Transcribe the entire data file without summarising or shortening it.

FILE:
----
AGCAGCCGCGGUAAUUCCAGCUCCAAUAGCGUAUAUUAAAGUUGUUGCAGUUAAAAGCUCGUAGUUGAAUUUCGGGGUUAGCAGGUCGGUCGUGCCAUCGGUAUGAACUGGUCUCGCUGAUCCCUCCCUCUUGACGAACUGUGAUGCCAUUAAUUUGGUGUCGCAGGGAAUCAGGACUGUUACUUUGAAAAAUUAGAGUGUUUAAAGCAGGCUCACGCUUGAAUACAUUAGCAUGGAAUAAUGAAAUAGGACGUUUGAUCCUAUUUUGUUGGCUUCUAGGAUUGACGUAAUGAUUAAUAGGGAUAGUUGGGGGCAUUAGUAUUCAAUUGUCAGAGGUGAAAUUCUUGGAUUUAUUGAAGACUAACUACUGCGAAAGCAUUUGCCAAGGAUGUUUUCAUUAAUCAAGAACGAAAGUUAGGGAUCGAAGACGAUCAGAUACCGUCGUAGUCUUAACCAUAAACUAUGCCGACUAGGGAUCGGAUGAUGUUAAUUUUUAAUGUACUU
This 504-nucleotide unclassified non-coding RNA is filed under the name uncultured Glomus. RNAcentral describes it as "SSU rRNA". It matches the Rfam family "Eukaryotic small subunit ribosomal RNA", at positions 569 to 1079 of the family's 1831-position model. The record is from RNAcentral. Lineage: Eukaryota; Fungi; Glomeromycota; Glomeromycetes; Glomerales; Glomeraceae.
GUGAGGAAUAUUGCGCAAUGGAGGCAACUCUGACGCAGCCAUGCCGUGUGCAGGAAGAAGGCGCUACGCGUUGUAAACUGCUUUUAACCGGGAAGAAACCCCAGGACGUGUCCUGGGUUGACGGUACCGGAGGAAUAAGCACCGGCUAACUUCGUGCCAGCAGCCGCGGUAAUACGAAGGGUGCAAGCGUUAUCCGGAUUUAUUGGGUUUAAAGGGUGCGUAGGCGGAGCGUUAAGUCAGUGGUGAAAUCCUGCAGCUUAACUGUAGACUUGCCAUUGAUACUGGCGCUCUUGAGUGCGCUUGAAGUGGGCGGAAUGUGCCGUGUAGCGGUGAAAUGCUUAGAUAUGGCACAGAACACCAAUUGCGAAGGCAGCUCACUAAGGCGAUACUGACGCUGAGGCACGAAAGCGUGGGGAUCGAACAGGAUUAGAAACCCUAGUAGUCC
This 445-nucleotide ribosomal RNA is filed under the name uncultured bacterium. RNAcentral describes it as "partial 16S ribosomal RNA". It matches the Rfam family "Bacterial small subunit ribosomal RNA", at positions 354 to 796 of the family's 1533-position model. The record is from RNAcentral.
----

AGCAGCCGCGGUAAUUCCAGCUCCAAUAGCGUAUAUUAAAGUUGUUGCAGUUAAAAGCUCGUAGUUGAAUUUCGGGGUUAGCAGGUCGGUCGUGCCAUCGGUAUGAACUGGUCUCGCUGAUCCCUCCCUCUUGACGAACUGUGAUGCCAUUAAUUUGGUGUCGCAGGGAAUCAGGACUGUUACUUUGAAAAAUUAGAGUGUUUAAAGCAGGCUCACGCUUGAAUACAUUAGCAUGGAAUAAUGAAAUAGGACGUUUGAUCCUAUUUUGUUGGCUUCUAGGAUUGACGUAAUGAUUAAUAGGGAUAGUUGGGGGCAUUAGUAUUCAAUUGUCAGAGGUGAAAUUCUUGGAUUUAUUGAAGACUAACUACUGCGAAAGCAUUUGCCAAGGAUGUUUUCAUUAAUCAAGAACGAAAGUUAGGGAUCGAAGACGAUCAGAUACCGUCGUAGUCUUAACCAUAAACUAUGCCGACUAGGGAUCGGAUGAUGUUAAUUUUUAAUGUACUU
This 504-nucleotide unclassified non-coding RNA is filed under the name uncultured Glomus. RNAcentral describes it as "SSU rRNA". It matches the Rfam family "Eukaryotic small subunit ribosomal RNA", at positions 569 to 1079 of the family's 1831-position model. The record is from RNAcentral. Lineage: Eukaryota; Fungi; Glomeromycota; Glomeromycetes; Glomerales; Glomeraceae.
GUGAGGAAUAUUGCGCAAUGGAGGCAACUCUGACGCAGCCAUGCCGUGUGCAGGAAGAAGGCGCUACGCGUUGUAAACUGCUUUUAACCGGGAAGAAACCCCAGGACGUGUCCUGGGUUGACGGUACCGGAGGAAUAAGCACCGGCUAACUUCGUGCCAGCAGCCGCGGUAAUACGAAGGGUGCAAGCGUUAUCCGGAUUUAUUGGGUUUAAAGGGUGCGUAGGCGGAGCGUUAAGUCAGUGGUGAAAUCCUGCAGCUUAACUGUAGACUUGCCAUUGAUACUGGCGCUCUUGAGUGCGCUUGAAGUGGGCGGAAUGUGCCGUGUAGCGGUGAAAUGCUUAGAUAUGGCACAGAACACCAAUUGCGAAGGCAGCUCACUAAGGCGAUACUGACGCUGAGGCACGAAAGCGUGGGGAUCGAACAGGAUUAGAAACCCUAGUAGUCC
This 445-nucleotide ribosomal RNA is filed under the name uncultured bacterium. RNAcentral describes it as "partial 16S ribosomal RNA". It matches the Rfam family "Bacterial small subunit ribosomal RNA", at positions 354 to 796 of the family's 1533-position model. The record is from RNAcentral.